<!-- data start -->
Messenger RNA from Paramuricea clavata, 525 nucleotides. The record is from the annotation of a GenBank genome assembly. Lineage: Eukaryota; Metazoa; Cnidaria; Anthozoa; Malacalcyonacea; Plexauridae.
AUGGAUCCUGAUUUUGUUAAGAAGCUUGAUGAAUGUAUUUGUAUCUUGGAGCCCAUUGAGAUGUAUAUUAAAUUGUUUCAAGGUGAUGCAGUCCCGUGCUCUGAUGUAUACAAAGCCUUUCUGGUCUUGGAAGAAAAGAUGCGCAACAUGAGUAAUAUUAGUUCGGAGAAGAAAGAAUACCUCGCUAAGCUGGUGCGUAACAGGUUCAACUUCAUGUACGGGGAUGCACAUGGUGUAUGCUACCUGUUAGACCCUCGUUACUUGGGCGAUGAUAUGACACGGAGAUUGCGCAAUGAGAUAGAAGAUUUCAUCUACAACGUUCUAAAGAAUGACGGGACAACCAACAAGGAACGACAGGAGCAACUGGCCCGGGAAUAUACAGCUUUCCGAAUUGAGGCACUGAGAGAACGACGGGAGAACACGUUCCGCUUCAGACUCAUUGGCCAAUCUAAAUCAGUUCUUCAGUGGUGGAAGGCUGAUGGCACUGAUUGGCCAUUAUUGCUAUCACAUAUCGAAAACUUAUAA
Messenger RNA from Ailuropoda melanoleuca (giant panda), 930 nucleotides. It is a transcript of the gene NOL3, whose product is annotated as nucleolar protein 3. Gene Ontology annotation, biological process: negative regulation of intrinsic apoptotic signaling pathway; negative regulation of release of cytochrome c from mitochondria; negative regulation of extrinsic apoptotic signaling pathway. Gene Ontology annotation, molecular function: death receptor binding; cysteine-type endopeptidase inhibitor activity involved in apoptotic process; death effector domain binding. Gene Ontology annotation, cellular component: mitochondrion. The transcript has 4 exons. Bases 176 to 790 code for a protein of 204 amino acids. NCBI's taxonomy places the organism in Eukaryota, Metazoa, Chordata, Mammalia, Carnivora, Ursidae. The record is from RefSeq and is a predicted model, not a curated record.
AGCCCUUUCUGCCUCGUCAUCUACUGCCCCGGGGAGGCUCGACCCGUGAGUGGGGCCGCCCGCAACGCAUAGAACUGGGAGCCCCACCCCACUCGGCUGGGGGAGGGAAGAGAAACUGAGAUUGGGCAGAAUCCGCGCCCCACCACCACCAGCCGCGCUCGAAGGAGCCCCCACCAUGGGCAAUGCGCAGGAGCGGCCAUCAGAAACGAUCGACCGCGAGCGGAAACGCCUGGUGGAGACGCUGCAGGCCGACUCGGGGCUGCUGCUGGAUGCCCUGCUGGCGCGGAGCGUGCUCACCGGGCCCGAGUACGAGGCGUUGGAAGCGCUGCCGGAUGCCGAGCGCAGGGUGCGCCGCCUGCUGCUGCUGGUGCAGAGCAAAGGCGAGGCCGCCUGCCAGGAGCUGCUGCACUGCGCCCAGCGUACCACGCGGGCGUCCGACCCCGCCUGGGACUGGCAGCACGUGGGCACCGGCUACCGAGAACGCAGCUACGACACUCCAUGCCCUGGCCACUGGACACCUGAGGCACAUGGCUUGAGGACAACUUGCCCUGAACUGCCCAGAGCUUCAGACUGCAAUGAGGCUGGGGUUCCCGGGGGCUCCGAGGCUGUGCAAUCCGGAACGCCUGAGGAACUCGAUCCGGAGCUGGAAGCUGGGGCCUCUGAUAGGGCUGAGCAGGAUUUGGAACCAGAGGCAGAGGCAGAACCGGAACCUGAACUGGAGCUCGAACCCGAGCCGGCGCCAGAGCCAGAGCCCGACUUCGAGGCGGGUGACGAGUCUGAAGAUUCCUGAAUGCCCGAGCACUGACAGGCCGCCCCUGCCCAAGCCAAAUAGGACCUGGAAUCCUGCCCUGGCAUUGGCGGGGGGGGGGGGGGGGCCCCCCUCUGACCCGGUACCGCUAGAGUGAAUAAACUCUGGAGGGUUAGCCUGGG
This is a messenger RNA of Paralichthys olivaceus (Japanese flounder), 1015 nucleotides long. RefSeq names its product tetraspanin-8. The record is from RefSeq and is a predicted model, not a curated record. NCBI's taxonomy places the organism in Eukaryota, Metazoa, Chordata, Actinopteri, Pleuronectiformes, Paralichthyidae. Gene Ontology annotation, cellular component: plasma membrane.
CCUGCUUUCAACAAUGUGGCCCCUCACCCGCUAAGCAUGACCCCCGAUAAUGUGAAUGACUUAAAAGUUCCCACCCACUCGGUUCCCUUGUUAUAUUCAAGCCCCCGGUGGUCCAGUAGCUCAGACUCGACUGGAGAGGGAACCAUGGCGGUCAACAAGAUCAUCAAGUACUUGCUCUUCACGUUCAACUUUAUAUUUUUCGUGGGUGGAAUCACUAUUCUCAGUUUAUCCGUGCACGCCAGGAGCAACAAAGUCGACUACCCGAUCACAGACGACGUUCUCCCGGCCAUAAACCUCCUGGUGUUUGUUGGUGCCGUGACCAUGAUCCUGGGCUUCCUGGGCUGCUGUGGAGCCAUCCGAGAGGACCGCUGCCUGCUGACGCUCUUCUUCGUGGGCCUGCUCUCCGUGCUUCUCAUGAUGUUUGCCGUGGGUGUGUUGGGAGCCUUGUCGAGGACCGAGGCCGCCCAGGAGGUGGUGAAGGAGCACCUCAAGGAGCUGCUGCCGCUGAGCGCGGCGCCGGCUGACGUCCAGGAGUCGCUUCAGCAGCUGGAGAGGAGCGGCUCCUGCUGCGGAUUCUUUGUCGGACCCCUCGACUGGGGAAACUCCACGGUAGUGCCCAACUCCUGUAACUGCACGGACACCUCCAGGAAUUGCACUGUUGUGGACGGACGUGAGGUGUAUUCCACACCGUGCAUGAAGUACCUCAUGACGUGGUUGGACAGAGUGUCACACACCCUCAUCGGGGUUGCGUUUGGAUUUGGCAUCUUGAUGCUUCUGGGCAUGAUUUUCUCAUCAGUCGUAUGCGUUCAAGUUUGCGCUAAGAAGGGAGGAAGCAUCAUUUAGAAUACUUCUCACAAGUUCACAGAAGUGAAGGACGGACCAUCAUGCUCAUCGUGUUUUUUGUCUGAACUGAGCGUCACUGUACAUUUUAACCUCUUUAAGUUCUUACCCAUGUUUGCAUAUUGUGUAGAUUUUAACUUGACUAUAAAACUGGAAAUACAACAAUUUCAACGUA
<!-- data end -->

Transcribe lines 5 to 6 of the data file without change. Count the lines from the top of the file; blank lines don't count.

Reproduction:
This is a messenger RNA of Paralichthys olivaceus (Japanese flounder), 1015 nucleotides long. RefSeq names its product tetraspanin-8. The record is from RefSeq and is a predicted model, not a curated record. NCBI's taxonomy places the organism in Eukaryota, Metazoa, Chordata, Actinopteri, Pleuronectiformes, Paralichthyidae. Gene Ontology annotation, cellular component: plasma membrane.
CCUGCUUUCAACAAUGUGGCCCCUCACCCGCUAAGCAUGACCCCCGAUAAUGUGAAUGACUUAAAAGUUCCCACCCACUCGGUUCCCUUGUUAUAUUCAAGCCCCCGGUGGUCCAGUAGCUCAGACUCGACUGGAGAGGGAACCAUGGCGGUCAACAAGAUCAUCAAGUACUUGCUCUUCACGUUCAACUUUAUAUUUUUCGUGGGUGGAAUCACUAUUCUCAGUUUAUCCGUGCACGCCAGGAGCAACAAAGUCGACUACCCGAUCACAGACGACGUUCUCCCGGCCAUAAACCUCCUGGUGUUUGUUGGUGCCGUGACCAUGAUCCUGGGCUUCCUGGGCUGCUGUGGAGCCAUCCGAGAGGACCGCUGCCUGCUGACGCUCUUCUUCGUGGGCCUGCUCUCCGUGCUUCUCAUGAUGUUUGCCGUGGGUGUGUUGGGAGCCUUGUCGAGGACCGAGGCCGCCCAGGAGGUGGUGAAGGAGCACCUCAAGGAGCUGCUGCCGCUGAGCGCGGCGCCGGCUGACGUCCAGGAGUCGCUUCAGCAGCUGGAGAGGAGCGGCUCCUGCUGCGGAUUCUUUGUCGGACCCCUCGACUGGGGAAACUCCACGGUAGUGCCCAACUCCUGUAACUGCACGGACACCUCCAGGAAUUGCACUGUUGUGGACGGACGUGAGGUGUAUUCCACACCGUGCAUGAAGUACCUCAUGACGUGGUUGGACAGAGUGUCACACACCCUCAUCGGGGUUGCGUUUGGAUUUGGCAUCUUGAUGCUUCUGGGCAUGAUUUUCUCAUCAGUCGUAUGCGUUCAAGUUUGCGCUAAGAAGGGAGGAAGCAUCAUUUAGAAUACUUCUCACAAGUUCACAGAAGUGAAGGACGGACCAUCAUGCUCAUCGUGUUUUUUGUCUGAACUGAGCGUCACUGUACAUUUUAACCUCUUUAAGUUCUUACCCAUGUUUGCAUAUUGUGUAGAUUUUAACUUGACUAUAAAACUGGAAAUACAACAAUUUCAACGUA